Northland food shelf use hit record level in DecemberThe number of people who used Northland food shelves hit a record level in December according to the Second Harvest Northern Lakes Food Bank.
By: Duluth News Tribune Staff, Superior Telegram
The number of people who used Northland food shelves hit a record level in December according to the Second Harvest Northern Lakes Food Bank.
The consortium of 35 food banks across Northeastern Minnesota and Northwestern Wisconsin reported 20,178 people were served in December, the highest in any month and nearly double the 10,945 people served in December 2008.
The number has increased even as the national and regional economies have slowly improved over the past few years after the peak of the recession from 2007 into 2009.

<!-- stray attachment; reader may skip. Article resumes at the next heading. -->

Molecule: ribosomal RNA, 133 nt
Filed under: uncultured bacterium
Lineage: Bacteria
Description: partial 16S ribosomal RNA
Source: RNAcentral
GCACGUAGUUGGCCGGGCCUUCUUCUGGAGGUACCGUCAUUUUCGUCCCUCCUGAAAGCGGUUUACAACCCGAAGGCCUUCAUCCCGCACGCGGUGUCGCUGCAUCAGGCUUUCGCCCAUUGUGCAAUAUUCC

"Our food bank and our region's food shelves are experiencing use that they have never experienced before," Shaye Moris, Second Harvest's executive director, said in a news release. "It is putting greater demand on our nonprofit agencies, which of course means that we need more food and funds to meet this increased demand."
Moris said food shelf increased 19.5 percent from 2011 to 2012, with an additional 3,304 people needing assistance. Use by seniors increased 26 percent last year, while the number of children getting food shelf assistance went down 5 percent.
More than 300 Minnesota food shelves will kick off a major fundraising campaign Friday with matching money available to boost individual donations.
Over the past year Second Harvest distributed 4.7 million pounds of food, enough food for 3.7 million meals. Much of it was "rescued' food from businesses that might otherwise have been thrown out.